The Exchange Unified Communications Managed API 4.0 must also be downloaded and installed. This again will require a restart to action pending file copy operations.
If the server is not restarted to apply the pending file operations, Exchange setup will fail as this is one of the items it will check for. Far better to know that the server is in a known good state rather than trying to save a couple of minutes by not rebooting the machine.
Optionally the SSL/TLS certificate can be installed onto the Exchange server at this time. If preferred this can be done after Exchange setup has completed the /RecoverServer process. personally I prefer to copy the certificate at this point so that the maximum amount of work has been done in advance. The certificate install should also be verified using your standard process to ensure that the private key has been correctly installed along with any other required intermediate certificates. Do not skip the verification process. For example, if you are importing a certificate from a .DER file then the outcome will not be good if you expect users to be able to create a SSL connection to that certificate……
At this point the pre-requisites should all be in place. Note that there may be others which are specific to your environment. Ensure that all of your required processes are followed.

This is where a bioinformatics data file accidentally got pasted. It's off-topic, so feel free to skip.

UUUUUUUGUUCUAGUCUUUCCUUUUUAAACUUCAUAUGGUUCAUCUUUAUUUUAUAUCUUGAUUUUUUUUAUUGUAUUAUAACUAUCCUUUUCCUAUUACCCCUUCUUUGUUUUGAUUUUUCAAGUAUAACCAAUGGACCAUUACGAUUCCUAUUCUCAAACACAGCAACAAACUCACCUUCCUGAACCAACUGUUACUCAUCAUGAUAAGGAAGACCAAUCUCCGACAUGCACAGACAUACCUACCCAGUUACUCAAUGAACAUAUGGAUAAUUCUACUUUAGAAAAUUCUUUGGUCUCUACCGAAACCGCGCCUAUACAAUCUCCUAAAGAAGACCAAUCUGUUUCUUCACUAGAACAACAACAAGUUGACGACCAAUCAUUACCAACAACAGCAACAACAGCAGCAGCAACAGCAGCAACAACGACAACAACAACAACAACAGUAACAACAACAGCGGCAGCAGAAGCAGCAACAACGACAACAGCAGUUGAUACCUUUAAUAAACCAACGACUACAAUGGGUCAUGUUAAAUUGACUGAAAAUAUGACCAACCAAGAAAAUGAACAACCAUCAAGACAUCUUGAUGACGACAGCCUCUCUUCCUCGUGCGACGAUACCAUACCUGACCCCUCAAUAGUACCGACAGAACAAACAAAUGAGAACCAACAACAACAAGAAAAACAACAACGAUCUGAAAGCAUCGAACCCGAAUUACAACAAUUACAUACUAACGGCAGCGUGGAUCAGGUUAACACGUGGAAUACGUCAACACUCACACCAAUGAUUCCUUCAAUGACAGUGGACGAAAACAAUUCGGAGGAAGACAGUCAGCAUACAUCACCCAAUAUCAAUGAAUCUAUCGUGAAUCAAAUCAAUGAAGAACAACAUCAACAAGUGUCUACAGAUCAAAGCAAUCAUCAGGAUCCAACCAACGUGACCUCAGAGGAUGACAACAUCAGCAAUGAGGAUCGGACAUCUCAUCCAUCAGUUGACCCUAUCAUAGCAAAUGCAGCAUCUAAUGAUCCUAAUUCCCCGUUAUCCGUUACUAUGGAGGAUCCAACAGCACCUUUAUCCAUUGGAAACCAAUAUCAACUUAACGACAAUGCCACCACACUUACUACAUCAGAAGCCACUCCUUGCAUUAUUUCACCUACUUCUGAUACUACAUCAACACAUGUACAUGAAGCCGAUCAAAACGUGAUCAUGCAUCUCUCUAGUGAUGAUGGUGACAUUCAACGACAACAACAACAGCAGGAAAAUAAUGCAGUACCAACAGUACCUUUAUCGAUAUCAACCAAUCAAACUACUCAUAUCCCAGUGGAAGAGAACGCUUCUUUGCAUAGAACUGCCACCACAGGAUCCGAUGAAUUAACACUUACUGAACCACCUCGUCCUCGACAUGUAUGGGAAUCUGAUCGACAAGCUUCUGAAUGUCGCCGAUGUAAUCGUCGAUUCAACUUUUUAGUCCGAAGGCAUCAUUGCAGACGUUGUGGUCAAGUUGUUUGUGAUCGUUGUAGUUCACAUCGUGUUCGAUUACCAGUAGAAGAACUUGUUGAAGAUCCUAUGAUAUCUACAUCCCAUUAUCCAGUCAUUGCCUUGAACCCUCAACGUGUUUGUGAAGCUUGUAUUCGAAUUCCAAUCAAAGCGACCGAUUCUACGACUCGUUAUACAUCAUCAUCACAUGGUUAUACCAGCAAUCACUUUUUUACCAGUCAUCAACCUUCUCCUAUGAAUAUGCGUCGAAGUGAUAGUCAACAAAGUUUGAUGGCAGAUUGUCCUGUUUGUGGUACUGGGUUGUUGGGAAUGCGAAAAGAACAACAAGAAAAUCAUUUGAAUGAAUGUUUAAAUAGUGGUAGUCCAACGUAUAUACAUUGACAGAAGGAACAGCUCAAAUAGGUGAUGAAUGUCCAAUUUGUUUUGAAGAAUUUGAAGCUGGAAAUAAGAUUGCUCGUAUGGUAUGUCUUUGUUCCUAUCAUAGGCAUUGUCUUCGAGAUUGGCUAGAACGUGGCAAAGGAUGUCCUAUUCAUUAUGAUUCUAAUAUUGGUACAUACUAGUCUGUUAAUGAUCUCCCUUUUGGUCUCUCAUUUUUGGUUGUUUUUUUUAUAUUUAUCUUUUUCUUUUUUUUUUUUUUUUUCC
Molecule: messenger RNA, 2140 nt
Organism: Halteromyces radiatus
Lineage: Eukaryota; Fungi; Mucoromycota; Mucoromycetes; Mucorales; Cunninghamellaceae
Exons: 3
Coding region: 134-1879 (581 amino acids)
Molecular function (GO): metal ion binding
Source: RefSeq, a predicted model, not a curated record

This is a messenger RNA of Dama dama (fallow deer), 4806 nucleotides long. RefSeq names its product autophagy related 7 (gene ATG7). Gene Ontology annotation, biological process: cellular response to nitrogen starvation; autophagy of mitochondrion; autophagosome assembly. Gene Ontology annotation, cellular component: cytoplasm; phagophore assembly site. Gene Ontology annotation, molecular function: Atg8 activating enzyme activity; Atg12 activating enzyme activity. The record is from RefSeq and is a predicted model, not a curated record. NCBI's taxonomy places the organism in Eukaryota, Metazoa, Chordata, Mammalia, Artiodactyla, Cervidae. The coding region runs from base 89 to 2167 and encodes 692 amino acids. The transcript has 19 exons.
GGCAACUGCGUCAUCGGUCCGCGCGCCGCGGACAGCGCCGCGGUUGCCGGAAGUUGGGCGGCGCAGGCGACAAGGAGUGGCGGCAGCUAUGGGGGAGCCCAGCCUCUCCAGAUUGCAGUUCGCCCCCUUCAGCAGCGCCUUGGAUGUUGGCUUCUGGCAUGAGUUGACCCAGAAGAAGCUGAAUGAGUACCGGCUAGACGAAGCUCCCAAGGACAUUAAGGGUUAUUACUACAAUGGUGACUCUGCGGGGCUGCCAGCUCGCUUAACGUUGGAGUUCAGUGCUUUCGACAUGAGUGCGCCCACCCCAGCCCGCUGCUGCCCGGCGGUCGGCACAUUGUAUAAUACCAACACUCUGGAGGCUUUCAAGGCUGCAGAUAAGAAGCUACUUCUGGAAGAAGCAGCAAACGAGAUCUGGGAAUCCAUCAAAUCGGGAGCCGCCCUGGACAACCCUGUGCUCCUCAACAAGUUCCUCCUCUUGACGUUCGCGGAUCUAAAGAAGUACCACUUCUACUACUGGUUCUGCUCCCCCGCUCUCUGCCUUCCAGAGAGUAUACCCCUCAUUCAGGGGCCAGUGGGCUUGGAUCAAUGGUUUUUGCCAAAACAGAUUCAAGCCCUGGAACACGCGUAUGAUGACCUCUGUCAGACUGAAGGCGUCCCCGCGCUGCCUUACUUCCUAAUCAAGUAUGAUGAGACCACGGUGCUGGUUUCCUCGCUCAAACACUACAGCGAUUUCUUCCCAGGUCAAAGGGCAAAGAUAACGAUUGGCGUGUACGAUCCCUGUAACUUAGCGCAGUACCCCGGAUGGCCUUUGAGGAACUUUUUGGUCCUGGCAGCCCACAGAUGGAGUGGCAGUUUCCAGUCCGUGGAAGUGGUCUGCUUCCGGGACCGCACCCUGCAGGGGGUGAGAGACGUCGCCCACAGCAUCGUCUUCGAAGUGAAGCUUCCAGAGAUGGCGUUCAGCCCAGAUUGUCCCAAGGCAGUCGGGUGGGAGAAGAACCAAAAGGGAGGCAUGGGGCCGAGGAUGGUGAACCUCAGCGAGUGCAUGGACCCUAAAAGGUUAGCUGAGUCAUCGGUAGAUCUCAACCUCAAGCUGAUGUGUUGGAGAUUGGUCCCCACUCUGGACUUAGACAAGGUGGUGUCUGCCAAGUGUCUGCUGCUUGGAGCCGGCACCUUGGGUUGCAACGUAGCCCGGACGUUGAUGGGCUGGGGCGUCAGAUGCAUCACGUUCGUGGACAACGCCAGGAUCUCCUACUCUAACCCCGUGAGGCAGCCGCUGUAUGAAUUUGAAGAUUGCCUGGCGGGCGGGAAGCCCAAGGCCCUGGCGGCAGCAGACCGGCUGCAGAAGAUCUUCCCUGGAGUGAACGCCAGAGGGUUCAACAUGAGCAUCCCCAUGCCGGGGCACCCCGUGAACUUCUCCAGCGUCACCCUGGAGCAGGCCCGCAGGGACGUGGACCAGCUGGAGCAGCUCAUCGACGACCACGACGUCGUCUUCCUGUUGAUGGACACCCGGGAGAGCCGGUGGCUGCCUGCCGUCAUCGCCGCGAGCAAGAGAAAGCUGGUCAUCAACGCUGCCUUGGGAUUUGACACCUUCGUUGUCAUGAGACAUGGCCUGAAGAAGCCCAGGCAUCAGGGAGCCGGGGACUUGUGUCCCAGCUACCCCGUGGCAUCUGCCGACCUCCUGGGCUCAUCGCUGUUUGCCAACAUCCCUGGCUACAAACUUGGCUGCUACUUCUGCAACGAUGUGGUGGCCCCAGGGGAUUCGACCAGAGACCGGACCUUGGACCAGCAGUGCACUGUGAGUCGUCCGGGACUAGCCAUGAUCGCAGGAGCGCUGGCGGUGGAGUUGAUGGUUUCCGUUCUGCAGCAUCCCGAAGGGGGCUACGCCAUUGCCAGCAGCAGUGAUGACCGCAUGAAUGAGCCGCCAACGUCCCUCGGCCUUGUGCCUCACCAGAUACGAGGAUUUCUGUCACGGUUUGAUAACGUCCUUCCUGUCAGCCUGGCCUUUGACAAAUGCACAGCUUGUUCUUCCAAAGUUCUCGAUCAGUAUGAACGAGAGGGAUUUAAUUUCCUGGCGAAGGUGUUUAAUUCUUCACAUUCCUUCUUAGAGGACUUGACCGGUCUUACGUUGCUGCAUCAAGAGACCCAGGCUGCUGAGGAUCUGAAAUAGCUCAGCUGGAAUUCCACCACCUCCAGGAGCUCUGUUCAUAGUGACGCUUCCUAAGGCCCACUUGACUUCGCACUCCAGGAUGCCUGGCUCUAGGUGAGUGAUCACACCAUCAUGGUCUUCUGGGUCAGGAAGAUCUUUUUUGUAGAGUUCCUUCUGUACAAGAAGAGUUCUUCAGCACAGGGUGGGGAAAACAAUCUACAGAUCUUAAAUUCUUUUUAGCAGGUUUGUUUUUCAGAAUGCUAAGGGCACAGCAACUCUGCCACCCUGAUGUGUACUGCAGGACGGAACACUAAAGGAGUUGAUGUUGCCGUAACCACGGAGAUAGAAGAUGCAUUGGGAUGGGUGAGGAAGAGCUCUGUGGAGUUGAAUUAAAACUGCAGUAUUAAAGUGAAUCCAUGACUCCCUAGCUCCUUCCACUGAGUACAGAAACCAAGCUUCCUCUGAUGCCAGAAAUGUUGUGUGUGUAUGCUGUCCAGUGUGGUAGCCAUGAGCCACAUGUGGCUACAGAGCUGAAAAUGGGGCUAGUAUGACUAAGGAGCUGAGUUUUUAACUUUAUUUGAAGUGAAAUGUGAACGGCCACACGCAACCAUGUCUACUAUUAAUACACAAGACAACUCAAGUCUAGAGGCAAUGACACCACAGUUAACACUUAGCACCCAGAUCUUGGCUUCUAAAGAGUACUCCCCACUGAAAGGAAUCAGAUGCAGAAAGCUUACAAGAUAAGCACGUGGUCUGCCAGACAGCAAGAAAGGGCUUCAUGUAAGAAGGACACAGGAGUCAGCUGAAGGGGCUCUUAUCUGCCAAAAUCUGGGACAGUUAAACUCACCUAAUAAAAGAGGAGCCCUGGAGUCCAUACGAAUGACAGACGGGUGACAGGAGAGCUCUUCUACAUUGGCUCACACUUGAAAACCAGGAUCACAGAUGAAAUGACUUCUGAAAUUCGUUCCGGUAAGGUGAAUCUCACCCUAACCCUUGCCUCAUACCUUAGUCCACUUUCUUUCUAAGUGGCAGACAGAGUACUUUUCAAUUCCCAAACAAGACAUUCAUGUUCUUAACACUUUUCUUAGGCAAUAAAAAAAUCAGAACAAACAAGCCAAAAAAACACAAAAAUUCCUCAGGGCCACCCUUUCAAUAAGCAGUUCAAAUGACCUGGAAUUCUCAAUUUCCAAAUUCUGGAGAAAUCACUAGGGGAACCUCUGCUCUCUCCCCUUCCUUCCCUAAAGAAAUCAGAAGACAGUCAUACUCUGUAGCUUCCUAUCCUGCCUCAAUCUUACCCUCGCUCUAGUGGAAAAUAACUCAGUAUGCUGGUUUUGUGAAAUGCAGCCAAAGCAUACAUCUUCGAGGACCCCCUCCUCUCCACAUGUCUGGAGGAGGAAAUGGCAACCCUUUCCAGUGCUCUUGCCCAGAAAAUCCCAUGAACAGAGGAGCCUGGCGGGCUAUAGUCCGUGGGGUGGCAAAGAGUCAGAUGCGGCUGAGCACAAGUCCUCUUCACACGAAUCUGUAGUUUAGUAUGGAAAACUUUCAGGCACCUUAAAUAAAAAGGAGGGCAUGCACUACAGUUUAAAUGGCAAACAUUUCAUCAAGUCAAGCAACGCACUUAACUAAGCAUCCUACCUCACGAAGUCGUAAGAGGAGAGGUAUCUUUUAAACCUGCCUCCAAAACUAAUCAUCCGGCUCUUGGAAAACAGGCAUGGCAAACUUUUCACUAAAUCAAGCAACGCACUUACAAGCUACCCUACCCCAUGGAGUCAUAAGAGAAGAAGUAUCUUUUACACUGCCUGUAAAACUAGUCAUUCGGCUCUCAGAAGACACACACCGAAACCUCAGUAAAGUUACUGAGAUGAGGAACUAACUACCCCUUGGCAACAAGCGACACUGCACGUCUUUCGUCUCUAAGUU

Launch Exchange Setup
Copy or mount the correct version of the Exchange setup files on the server to be recovered. The Exchange version was something you identified previously. Ideally you are proactively updating and patching servers so that the latest version was previously installed.
setup.exe /IAcceptExchangeServerlicenseTerms /Mode:RecoverServer
The server will require a restart. Once the server has restarted, ensure that:
- SSL bindings are correct
- Required OS services are running
- Exchange services are running
- Event logs do not have error
- Managed Availability has no issues
- Install required party apps
- Ensure file system AV exclusions are correct
- Add server to DAG (if required)
- Database copies to be added back (if DAG server)
Once the server has been confirmed as running correctly, then it can be returned to production.
Recovering DAG Server
The server to be recovered is to be removed from the DAG prior to initiating the /RecoverServer command. From another Exchange server, the passive database copies can be removed from the failed server. Note that if the server has the only copy of a given database, that does not need to be removed. Once all DB passive copies have been removed the mailbox server can be removed from the DAG. At this point the /RecoverServer command can be executed. In effect, the server to be recovered is now a non-DAG server. Once the recovery process has completed it can be joined into the DAG and mailbox copies added back as per the original layout.